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The Question

(Submitted November 12, 1998)

I'm a 14 year old student and I recently read that there was some evidence that a supernova should have occurred in the year of 1250, but that there was no records showing a supernova in that year. The supernova should have lasted for a year. Do you have any information about this topic; why it is believed to have occurred, possibilities about why there are no records, how vivid it was, etc...?

The Answer

You are right, this has generated some news recently. I can only relay what was in the news stories: there may be historical reasons why there is no record that has survived (wrong part of sky, records destroyed, gap in record keeping ...), or that the light was absorbed by intervening gas, or that the estimates for the age are wrong. I append the articles from AP and the press release from the Max Planck Institute.

I hope this helps.

Allie Cliffe, Koji Mukai, David Palmer, Mike Arida and Tim Kallman for Ask an Astrophysicist

How come no one saw big supernova explosion?
1.39 p.m. ET (1840 GMT) November 11, 1998
By Jeff Donn, Associated Press

(AP) - Astronomers have discovered evidence that hundreds of years ago a star exploded closer to Earth than any other known supernova. They just can't figure out why no one back in the 13th century seems to have recorded the blast, which should have been a spectacular sight.

The mystery suggests, among other things, that the astronomic records are incomplete or that scientists have come across a new celestial phenomenon: invisible supernovas.

The supernova should have appeared for a year or more as the brightest object in the night sky, except for the moon, around the year 1250.

Presumably, the great astronomers of the Orient should have been able to see it just above the horizon, sometimes even during the day, according to Bernd Aschenbach, one of the chief researchers.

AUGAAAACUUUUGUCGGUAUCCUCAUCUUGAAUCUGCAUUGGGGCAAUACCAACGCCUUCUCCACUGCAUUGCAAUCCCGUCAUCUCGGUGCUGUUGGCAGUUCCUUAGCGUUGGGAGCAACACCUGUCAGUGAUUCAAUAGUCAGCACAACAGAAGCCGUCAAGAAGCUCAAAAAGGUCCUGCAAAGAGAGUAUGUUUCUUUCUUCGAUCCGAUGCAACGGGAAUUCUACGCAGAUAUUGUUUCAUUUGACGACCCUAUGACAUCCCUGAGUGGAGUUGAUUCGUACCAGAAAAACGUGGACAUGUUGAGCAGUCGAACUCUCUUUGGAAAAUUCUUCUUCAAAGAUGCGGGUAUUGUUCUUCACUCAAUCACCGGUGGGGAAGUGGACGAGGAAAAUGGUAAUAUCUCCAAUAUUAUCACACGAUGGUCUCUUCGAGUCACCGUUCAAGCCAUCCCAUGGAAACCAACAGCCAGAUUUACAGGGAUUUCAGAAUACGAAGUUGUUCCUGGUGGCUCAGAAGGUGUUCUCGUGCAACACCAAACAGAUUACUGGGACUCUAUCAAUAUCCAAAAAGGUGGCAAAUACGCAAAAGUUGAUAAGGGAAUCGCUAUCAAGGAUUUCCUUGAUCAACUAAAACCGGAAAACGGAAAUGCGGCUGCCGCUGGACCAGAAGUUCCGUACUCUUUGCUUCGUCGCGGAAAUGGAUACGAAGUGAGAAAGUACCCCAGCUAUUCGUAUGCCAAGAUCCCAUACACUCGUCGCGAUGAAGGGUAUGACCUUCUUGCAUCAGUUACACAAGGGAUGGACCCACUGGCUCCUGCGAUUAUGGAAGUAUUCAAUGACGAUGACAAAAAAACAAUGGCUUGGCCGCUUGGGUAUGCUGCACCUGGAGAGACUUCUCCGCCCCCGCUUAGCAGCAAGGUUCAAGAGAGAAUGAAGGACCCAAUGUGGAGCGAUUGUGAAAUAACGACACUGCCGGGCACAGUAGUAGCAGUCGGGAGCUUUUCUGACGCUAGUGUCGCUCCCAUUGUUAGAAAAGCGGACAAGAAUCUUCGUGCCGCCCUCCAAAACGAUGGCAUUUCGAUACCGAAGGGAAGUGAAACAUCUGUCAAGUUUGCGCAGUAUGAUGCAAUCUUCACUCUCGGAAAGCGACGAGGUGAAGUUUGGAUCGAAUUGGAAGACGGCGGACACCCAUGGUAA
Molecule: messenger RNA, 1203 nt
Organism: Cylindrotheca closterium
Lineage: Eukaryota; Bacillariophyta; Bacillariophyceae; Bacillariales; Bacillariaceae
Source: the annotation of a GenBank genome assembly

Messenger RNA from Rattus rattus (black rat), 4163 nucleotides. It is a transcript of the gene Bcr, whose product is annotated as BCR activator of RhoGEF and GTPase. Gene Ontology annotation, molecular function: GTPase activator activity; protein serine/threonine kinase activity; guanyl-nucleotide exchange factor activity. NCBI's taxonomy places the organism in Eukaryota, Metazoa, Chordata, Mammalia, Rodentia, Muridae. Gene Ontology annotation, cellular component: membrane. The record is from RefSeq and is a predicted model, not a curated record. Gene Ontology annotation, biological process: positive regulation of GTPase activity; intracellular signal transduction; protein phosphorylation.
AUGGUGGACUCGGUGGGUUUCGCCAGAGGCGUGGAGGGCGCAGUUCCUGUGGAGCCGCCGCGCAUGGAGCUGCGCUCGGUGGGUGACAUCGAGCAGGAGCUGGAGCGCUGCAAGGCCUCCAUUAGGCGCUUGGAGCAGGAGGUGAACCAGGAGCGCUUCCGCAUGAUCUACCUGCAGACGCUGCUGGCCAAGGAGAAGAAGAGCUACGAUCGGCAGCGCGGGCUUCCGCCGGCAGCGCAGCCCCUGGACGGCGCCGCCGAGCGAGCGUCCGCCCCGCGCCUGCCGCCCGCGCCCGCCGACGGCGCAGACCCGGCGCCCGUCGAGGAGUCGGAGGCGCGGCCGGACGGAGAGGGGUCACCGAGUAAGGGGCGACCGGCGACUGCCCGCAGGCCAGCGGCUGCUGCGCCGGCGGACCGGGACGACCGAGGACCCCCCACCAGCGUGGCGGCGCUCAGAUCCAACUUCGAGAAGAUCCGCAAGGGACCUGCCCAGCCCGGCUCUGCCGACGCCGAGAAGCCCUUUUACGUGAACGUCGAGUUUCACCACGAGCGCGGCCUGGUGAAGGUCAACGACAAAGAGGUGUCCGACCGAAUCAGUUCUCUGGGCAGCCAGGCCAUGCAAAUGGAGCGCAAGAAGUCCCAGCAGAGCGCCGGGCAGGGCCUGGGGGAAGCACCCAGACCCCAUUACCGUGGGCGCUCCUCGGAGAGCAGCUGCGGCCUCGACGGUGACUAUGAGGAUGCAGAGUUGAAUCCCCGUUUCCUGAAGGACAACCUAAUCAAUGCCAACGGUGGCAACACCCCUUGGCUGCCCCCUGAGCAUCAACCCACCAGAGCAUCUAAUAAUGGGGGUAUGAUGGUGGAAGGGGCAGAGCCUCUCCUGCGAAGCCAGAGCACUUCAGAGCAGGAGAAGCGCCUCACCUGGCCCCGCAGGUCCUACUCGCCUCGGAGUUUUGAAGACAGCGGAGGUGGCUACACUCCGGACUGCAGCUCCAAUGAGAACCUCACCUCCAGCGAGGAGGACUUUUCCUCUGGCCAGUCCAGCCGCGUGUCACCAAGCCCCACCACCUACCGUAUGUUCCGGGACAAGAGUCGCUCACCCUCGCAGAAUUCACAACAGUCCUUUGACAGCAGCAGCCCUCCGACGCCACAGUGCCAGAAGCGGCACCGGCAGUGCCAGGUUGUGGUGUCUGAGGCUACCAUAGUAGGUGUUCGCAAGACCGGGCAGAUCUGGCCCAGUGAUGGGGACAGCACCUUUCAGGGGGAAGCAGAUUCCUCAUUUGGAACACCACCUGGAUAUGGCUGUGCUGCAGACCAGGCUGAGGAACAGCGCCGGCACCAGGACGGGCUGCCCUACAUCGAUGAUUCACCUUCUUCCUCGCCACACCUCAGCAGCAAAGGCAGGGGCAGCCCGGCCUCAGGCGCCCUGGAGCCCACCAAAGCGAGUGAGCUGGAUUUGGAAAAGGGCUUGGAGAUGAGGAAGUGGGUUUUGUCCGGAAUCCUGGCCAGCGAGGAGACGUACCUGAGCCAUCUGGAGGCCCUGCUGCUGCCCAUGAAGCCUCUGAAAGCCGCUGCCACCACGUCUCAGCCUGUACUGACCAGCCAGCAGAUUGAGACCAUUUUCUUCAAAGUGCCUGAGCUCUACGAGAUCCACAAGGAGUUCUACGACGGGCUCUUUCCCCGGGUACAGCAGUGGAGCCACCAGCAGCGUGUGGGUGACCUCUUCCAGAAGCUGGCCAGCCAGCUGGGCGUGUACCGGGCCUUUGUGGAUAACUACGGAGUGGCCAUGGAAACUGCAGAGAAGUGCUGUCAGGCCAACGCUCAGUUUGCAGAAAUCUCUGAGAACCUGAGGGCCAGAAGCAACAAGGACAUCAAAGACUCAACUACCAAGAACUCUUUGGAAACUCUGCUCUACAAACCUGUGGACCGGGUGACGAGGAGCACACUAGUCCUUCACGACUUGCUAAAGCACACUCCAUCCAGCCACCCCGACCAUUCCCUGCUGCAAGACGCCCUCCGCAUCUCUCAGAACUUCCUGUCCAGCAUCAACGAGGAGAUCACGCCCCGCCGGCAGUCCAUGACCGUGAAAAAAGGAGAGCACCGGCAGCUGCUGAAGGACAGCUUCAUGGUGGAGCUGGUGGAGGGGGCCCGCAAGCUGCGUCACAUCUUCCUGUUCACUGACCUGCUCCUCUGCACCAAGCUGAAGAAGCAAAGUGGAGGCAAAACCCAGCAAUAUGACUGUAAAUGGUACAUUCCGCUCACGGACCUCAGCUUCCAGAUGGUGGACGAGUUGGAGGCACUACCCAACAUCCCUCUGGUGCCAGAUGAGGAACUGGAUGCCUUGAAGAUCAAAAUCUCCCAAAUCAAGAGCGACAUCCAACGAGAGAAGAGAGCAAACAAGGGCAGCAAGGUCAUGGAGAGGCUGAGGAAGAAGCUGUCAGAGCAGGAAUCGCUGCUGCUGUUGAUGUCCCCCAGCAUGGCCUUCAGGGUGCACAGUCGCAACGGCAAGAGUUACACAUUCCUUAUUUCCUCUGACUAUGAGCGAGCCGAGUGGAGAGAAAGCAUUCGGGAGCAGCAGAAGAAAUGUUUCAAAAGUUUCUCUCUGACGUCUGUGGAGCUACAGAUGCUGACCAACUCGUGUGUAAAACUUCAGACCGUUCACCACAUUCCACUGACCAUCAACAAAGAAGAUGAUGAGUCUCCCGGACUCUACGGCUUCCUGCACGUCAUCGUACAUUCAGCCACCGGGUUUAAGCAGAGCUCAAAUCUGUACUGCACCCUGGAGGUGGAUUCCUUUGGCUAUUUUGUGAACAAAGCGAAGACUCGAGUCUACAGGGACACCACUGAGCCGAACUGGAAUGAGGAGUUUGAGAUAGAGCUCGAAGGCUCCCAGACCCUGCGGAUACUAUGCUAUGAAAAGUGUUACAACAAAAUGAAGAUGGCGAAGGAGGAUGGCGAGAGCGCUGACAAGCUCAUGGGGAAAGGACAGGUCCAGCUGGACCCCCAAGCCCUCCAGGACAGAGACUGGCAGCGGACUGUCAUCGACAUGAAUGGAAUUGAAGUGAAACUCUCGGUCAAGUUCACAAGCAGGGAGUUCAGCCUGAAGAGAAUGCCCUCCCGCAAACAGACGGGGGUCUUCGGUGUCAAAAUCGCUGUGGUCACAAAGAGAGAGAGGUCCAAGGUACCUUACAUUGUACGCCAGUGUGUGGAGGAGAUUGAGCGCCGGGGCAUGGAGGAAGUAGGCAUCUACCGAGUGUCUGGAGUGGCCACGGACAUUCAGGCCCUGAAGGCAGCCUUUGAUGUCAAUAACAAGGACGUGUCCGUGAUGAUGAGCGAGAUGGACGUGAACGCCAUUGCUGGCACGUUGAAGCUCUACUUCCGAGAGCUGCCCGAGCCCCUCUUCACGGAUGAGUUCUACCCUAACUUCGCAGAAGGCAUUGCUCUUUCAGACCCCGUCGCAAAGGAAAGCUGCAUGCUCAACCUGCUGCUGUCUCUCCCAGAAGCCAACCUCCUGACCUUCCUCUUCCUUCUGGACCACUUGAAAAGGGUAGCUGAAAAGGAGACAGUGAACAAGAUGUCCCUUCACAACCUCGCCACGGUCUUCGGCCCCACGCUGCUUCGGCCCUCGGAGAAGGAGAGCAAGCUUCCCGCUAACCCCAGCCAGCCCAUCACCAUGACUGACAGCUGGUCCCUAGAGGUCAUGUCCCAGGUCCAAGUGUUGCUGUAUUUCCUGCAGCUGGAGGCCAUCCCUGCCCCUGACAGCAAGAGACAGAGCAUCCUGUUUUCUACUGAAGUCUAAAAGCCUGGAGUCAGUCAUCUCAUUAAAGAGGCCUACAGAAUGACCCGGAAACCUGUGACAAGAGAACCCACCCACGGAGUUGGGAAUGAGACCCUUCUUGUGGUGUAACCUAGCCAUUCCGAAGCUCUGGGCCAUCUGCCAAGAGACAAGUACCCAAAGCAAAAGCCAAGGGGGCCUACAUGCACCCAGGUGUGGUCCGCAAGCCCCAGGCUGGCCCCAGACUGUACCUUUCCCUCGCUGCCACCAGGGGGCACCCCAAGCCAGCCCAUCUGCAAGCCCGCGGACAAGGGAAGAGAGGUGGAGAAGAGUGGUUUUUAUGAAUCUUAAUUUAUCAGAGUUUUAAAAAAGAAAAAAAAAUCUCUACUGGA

But they made no known observations of it.

The explanation may be that the explosion of superheated gas and radiation may not have given off visible light. The new work "offers the possibility that we're looking at a new and different phenomenon," said astrophysicist Robert Petre at NASA's Goddard Space Flight Center in Greenbelt, MD.

Or the explanation might be much more mundane, like bad record-keeping, the researchers said.

The discovery was made by scientists at the Max Planck Institute in Germany and was reported Thursday in the journal Nature.

Only a few exploded stars within our Milky Way galaxy have been at least potentially visible to the naked eye on Earth.

The supernova revealed itself when researchers scanned the constellation Vela for invisible X-rays and gamma rays, which can be byproducts of a supernova explosion.

In analyzing the radiation, the astronomers found that the explosion's gas cloud is still out there and is twice as hot as the Sun's core and stretches up to 25 light-years across.

Though it is the nearest known supernova, it is still 650 light-years away, or about 41 million times farther from Earth than the sun. (That means that the explosion actually occurred around the year 600, but its light took about 650 years to reach Earth.)

Aschenbach said the 13th century supernova should have been spectacular. He said the lack of any historical record has him "very puzzled."

However, one other known supernova, known as Cas-A from the year 1680, appears strangely dark. So maybe it and the newfound supernova suggest a previously unknown group of invisible, "subluminous" exploding stars, researchers said.

Another one of the researchers, A.F. Iyudin, suggested that maybe the explosion was simply hidden behind some expanse of absorbing cosmic material.

Aschenbach also said that some Chinese astronomical records are missing from the time, so it's possible that Mongol rule disrupted the work of astronomers.